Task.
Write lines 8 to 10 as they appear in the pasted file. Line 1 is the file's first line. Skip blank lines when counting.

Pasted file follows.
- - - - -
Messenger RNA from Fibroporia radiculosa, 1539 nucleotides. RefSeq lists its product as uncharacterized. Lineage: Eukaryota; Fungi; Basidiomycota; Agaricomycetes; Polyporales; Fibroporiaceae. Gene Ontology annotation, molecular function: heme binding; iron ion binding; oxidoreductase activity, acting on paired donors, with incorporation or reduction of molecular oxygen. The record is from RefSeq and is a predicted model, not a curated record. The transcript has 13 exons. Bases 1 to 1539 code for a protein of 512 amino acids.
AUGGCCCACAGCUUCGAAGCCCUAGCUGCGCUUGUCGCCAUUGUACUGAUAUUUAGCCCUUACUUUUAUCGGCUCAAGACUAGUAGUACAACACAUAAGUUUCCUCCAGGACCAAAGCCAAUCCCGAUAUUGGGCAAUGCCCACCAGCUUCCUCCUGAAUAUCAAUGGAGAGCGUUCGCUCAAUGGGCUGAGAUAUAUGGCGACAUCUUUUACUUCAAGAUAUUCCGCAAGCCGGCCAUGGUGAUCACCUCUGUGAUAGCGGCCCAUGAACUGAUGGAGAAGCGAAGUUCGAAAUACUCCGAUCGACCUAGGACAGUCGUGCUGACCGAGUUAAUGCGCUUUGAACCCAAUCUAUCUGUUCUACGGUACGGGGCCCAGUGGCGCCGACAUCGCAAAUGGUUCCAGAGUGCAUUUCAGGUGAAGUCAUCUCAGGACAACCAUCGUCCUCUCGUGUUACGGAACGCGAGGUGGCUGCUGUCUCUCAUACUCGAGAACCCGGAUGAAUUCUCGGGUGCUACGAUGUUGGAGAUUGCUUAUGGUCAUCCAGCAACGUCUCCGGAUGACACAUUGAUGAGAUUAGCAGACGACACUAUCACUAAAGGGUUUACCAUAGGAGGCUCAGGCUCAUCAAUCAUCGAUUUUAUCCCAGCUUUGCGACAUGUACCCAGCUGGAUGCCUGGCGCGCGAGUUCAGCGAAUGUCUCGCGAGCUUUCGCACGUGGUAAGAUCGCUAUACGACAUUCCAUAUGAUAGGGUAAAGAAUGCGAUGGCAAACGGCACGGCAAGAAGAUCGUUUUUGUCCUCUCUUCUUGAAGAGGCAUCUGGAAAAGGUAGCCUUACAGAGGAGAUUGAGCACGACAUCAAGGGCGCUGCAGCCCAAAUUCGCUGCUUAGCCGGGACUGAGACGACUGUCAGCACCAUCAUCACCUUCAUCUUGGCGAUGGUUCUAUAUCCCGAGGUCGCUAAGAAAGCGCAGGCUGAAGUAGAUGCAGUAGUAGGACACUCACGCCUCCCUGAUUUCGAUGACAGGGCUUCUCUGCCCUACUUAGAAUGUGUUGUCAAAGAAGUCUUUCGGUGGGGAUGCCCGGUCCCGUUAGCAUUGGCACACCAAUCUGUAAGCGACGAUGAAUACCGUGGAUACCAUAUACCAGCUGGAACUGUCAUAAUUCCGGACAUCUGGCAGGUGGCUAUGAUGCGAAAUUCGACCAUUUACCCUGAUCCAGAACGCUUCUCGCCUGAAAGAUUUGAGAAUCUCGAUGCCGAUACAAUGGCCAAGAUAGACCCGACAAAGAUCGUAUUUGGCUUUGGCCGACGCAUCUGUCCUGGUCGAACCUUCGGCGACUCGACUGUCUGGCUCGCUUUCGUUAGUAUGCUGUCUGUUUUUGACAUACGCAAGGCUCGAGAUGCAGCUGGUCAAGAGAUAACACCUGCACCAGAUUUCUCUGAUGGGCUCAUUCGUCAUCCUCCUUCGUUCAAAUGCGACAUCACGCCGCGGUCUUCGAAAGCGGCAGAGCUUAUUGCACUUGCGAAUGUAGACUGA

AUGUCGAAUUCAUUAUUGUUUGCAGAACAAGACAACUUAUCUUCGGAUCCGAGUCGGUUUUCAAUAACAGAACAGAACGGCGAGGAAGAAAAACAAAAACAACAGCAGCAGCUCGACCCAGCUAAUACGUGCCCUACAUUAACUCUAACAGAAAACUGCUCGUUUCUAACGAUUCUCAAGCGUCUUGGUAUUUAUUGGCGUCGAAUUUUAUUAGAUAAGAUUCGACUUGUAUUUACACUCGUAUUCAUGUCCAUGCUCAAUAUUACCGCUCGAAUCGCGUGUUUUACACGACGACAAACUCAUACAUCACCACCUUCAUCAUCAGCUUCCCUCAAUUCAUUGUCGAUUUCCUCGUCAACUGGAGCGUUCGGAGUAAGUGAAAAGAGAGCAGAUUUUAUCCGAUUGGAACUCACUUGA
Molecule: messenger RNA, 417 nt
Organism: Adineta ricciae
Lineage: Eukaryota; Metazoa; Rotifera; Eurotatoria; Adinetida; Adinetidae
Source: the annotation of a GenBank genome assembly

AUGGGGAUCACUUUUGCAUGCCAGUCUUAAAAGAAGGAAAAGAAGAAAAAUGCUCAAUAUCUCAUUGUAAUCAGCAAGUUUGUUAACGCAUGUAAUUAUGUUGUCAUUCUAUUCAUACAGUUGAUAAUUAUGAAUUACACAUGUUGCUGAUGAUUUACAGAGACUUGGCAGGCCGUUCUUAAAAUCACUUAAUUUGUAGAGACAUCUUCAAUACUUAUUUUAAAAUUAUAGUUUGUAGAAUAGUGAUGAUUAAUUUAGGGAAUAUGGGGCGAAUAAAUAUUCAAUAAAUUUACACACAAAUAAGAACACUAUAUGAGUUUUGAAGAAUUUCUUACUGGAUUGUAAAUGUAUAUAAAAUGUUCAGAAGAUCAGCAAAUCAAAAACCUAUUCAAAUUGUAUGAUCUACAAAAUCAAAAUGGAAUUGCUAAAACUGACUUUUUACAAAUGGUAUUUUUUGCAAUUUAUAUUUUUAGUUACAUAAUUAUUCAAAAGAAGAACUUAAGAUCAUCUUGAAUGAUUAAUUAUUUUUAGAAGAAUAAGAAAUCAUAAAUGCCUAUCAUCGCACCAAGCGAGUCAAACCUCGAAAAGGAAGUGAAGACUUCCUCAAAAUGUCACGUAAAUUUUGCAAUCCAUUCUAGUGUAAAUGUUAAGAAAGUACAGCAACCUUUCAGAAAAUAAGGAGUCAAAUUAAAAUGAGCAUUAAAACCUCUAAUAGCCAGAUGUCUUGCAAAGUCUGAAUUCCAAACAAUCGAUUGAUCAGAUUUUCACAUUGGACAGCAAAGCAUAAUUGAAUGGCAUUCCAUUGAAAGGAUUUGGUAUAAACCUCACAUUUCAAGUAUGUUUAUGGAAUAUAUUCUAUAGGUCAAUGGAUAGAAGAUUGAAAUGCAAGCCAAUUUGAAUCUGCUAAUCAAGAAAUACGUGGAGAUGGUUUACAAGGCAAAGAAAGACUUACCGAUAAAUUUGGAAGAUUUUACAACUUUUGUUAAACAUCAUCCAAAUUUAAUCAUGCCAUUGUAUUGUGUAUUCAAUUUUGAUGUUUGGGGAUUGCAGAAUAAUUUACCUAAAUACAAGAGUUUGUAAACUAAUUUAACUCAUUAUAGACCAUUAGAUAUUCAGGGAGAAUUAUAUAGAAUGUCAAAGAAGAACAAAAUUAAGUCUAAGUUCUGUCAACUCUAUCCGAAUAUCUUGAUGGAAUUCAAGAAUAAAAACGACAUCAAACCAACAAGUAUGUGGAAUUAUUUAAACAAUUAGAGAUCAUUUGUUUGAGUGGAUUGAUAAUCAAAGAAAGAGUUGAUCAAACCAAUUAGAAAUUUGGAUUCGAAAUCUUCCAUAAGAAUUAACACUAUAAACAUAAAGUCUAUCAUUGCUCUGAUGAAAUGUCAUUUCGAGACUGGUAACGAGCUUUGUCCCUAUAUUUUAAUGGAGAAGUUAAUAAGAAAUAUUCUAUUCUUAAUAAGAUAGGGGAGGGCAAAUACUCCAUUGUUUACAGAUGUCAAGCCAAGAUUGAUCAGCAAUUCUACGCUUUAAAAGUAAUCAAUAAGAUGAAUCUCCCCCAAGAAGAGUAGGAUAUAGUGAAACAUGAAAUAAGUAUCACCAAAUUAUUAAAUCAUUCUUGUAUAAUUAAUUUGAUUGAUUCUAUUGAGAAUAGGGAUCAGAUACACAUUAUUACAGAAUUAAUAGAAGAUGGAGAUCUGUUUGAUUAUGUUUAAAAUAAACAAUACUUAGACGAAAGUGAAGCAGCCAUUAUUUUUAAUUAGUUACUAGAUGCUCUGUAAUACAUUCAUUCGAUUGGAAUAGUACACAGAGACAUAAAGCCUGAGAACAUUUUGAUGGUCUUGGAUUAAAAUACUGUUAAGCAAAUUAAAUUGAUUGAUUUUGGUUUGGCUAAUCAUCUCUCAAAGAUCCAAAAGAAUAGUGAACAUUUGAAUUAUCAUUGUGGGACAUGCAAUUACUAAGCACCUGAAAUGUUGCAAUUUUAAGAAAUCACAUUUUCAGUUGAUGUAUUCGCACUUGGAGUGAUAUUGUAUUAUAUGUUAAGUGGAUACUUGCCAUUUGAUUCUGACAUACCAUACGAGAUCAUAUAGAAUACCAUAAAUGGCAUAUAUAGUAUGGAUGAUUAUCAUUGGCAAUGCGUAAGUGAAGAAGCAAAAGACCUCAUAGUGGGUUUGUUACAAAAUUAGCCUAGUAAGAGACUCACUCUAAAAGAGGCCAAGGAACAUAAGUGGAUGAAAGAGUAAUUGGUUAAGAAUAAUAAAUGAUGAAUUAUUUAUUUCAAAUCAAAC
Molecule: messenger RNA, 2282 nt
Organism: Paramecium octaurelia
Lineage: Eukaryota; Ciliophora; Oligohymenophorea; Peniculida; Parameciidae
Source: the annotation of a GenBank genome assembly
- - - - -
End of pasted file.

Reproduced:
AUGGGGAUCACUUUUGCAUGCCAGUCUUAAAAGAAGGAAAAGAAGAAAAAUGCUCAAUAUCUCAUUGUAAUCAGCAAGUUUGUUAACGCAUGUAAUUAUGUUGUCAUUCUAUUCAUACAGUUGAUAAUUAUGAAUUACACAUGUUGCUGAUGAUUUACAGAGACUUGGCAGGCCGUUCUUAAAAUCACUUAAUUUGUAGAGACAUCUUCAAUACUUAUUUUAAAAUUAUAGUUUGUAGAAUAGUGAUGAUUAAUUUAGGGAAUAUGGGGCGAAUAAAUAUUCAAUAAAUUUACACACAAAUAAGAACACUAUAUGAGUUUUGAAGAAUUUCUUACUGGAUUGUAAAUGUAUAUAAAAUGUUCAGAAGAUCAGCAAAUCAAAAACCUAUUCAAAUUGUAUGAUCUACAAAAUCAAAAUGGAAUUGCUAAAACUGACUUUUUACAAAUGGUAUUUUUUGCAAUUUAUAUUUUUAGUUACAUAAUUAUUCAAAAGAAGAACUUAAGAUCAUCUUGAAUGAUUAAUUAUUUUUAGAAGAAUAAGAAAUCAUAAAUGCCUAUCAUCGCACCAAGCGAGUCAAACCUCGAAAAGGAAGUGAAGACUUCCUCAAAAUGUCACGUAAAUUUUGCAAUCCAUUCUAGUGUAAAUGUUAAGAAAGUACAGCAACCUUUCAGAAAAUAAGGAGUCAAAUUAAAAUGAGCAUUAAAACCUCUAAUAGCCAGAUGUCUUGCAAAGUCUGAAUUCCAAACAAUCGAUUGAUCAGAUUUUCACAUUGGACAGCAAAGCAUAAUUGAAUGGCAUUCCAUUGAAAGGAUUUGGUAUAAACCUCACAUUUCAAGUAUGUUUAUGGAAUAUAUUCUAUAGGUCAAUGGAUAGAAGAUUGAAAUGCAAGCCAAUUUGAAUCUGCUAAUCAAGAAAUACGUGGAGAUGGUUUACAAGGCAAAGAAAGACUUACCGAUAAAUUUGGAAGAUUUUACAACUUUUGUUAAACAUCAUCCAAAUUUAAUCAUGCCAUUGUAUUGUGUAUUCAAUUUUGAUGUUUGGGGAUUGCAGAAUAAUUUACCUAAAUACAAGAGUUUGUAAACUAAUUUAACUCAUUAUAGACCAUUAGAUAUUCAGGGAGAAUUAUAUAGAAUGUCAAAGAAGAACAAAAUUAAGUCUAAGUUCUGUCAACUCUAUCCGAAUAUCUUGAUGGAAUUCAAGAAUAAAAACGACAUCAAACCAACAAGUAUGUGGAAUUAUUUAAACAAUUAGAGAUCAUUUGUUUGAGUGGAUUGAUAAUCAAAGAAAGAGUUGAUCAAACCAAUUAGAAAUUUGGAUUCGAAAUCUUCCAUAAGAAUUAACACUAUAAACAUAAAGUCUAUCAUUGCUCUGAUGAAAUGUCAUUUCGAGACUGGUAACGAGCUUUGUCCCUAUAUUUUAAUGGAGAAGUUAAUAAGAAAUAUUCUAUUCUUAAUAAGAUAGGGGAGGGCAAAUACUCCAUUGUUUACAGAUGUCAAGCCAAGAUUGAUCAGCAAUUCUACGCUUUAAAAGUAAUCAAUAAGAUGAAUCUCCCCCAAGAAGAGUAGGAUAUAGUGAAACAUGAAAUAAGUAUCACCAAAUUAUUAAAUCAUUCUUGUAUAAUUAAUUUGAUUGAUUCUAUUGAGAAUAGGGAUCAGAUACACAUUAUUACAGAAUUAAUAGAAGAUGGAGAUCUGUUUGAUUAUGUUUAAAAUAAACAAUACUUAGACGAAAGUGAAGCAGCCAUUAUUUUUAAUUAGUUACUAGAUGCUCUGUAAUACAUUCAUUCGAUUGGAAUAGUACACAGAGACAUAAAGCCUGAGAACAUUUUGAUGGUCUUGGAUUAAAAUACUGUUAAGCAAAUUAAAUUGAUUGAUUUUGGUUUGGCUAAUCAUCUCUCAAAGAUCCAAAAGAAUAGUGAACAUUUGAAUUAUCAUUGUGGGACAUGCAAUUACUAAGCACCUGAAAUGUUGCAAUUUUAAGAAAUCACAUUUUCAGUUGAUGUAUUCGCACUUGGAGUGAUAUUGUAUUAUAUGUUAAGUGGAUACUUGCCAUUUGAUUCUGACAUACCAUACGAGAUCAUAUAGAAUACCAUAAAUGGCAUAUAUAGUAUGGAUGAUUAUCAUUGGCAAUGCGUAAGUGAAGAAGCAAAAGACCUCAUAGUGGGUUUGUUACAAAAUUAGCCUAGUAAGAGACUCACUCUAAAAGAGGCCAAGGAACAUAAGUGGAUGAAAGAGUAAUUGGUUAAGAAUAAUAAAUGAUGAAUUAUUUAUUUCAAAUCAAAC
Molecule: messenger RNA, 2282 nt
Organism: Paramecium octaurelia